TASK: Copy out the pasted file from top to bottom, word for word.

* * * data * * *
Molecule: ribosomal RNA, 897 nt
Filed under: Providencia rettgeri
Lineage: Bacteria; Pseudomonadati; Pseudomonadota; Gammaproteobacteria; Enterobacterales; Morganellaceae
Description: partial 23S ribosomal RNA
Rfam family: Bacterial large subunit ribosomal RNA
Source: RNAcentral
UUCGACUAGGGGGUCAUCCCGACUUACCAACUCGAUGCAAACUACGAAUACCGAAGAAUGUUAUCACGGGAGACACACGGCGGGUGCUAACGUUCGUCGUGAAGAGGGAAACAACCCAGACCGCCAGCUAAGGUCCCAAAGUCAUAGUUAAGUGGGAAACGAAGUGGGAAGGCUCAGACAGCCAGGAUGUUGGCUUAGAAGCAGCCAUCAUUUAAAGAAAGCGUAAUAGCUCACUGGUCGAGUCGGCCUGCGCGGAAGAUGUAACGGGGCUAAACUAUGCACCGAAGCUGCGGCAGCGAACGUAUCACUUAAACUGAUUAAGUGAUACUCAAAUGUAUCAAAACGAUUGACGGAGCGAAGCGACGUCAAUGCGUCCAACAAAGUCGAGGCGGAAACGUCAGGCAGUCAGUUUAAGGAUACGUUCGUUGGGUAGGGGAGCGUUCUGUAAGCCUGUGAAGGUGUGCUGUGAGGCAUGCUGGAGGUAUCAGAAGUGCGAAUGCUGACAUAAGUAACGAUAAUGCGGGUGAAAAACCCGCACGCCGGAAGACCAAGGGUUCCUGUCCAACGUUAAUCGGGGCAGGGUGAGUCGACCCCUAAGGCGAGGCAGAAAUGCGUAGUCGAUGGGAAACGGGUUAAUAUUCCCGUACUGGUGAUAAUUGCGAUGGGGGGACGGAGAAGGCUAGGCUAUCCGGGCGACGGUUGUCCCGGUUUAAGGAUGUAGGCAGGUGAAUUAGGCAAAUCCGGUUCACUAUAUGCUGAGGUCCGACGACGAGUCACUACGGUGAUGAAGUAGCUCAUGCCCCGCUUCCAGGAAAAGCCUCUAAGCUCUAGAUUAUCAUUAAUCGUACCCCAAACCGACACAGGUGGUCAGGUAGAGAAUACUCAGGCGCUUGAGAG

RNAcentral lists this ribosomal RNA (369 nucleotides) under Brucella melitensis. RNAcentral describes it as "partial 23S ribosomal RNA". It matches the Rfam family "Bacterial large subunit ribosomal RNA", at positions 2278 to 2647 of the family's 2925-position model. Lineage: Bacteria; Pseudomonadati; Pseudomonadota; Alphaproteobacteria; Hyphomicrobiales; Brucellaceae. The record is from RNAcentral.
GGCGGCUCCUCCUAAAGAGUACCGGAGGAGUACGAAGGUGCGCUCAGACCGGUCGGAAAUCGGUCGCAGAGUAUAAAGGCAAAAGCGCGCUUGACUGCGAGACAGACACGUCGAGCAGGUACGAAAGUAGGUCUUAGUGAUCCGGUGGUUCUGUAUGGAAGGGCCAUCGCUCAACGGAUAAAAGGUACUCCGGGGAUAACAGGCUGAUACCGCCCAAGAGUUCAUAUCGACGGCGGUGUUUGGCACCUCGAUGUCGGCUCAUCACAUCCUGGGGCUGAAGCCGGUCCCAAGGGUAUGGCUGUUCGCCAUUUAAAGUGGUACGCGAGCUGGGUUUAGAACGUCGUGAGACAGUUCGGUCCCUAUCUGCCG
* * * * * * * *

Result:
Molecule: ribosomal RNA, 897 nt
Filed under: Providencia rettgeri
Lineage: Bacteria; Pseudomonadati; Pseudomonadota; Gammaproteobacteria; Enterobacterales; Morganellaceae
Description: partial 23S ribosomal RNA
Rfam family: Bacterial large subunit ribosomal RNA
Source: RNAcentral
UUCGACUAGGGGGUCAUCCCGACUUACCAACUCGAUGCAAACUACGAAUACCGAAGAAUGUUAUCACGGGAGACACACGGCGGGUGCUAACGUUCGUCGUGAAGAGGGAAACAACCCAGACCGCCAGCUAAGGUCCCAAAGUCAUAGUUAAGUGGGAAACGAAGUGGGAAGGCUCAGACAGCCAGGAUGUUGGCUUAGAAGCAGCCAUCAUUUAAAGAAAGCGUAAUAGCUCACUGGUCGAGUCGGCCUGCGCGGAAGAUGUAACGGGGCUAAACUAUGCACCGAAGCUGCGGCAGCGAACGUAUCACUUAAACUGAUUAAGUGAUACUCAAAUGUAUCAAAACGAUUGACGGAGCGAAGCGACGUCAAUGCGUCCAACAAAGUCGAGGCGGAAACGUCAGGCAGUCAGUUUAAGGAUACGUUCGUUGGGUAGGGGAGCGUUCUGUAAGCCUGUGAAGGUGUGCUGUGAGGCAUGCUGGAGGUAUCAGAAGUGCGAAUGCUGACAUAAGUAACGAUAAUGCGGGUGAAAAACCCGCACGCCGGAAGACCAAGGGUUCCUGUCCAACGUUAAUCGGGGCAGGGUGAGUCGACCCCUAAGGCGAGGCAGAAAUGCGUAGUCGAUGGGAAACGGGUUAAUAUUCCCGUACUGGUGAUAAUUGCGAUGGGGGGACGGAGAAGGCUAGGCUAUCCGGGCGACGGUUGUCCCGGUUUAAGGAUGUAGGCAGGUGAAUUAGGCAAAUCCGGUUCACUAUAUGCUGAGGUCCGACGACGAGUCACUACGGUGAUGAAGUAGCUCAUGCCCCGCUUCCAGGAAAAGCCUCUAAGCUCUAGAUUAUCAUUAAUCGUACCCCAAACCGACACAGGUGGUCAGGUAGAGAAUACUCAGGCGCUUGAGAG

RNAcentral lists this ribosomal RNA (369 nucleotides) under Brucella melitensis. RNAcentral describes it as "partial 23S ribosomal RNA". It matches the Rfam family "Bacterial large subunit ribosomal RNA", at positions 2278 to 2647 of the family's 2925-position model. Lineage: Bacteria; Pseudomonadati; Pseudomonadota; Alphaproteobacteria; Hyphomicrobiales; Brucellaceae. The record is from RNAcentral.
GGCGGCUCCUCCUAAAGAGUACCGGAGGAGUACGAAGGUGCGCUCAGACCGGUCGGAAAUCGGUCGCAGAGUAUAAAGGCAAAAGCGCGCUUGACUGCGAGACAGACACGUCGAGCAGGUACGAAAGUAGGUCUUAGUGAUCCGGUGGUUCUGUAUGGAAGGGCCAUCGCUCAACGGAUAAAAGGUACUCCGGGGAUAACAGGCUGAUACCGCCCAAGAGUUCAUAUCGACGGCGGUGUUUGGCACCUCGAUGUCGGCUCAUCACAUCCUGGGGCUGAAGCCGGUCCCAAGGGUAUGGCUGUUCGCCAUUUAAAGUGGUACGCGAGCUGGGUUUAGAACGUCGUGAGACAGUUCGGUCCCUAUCUGCCG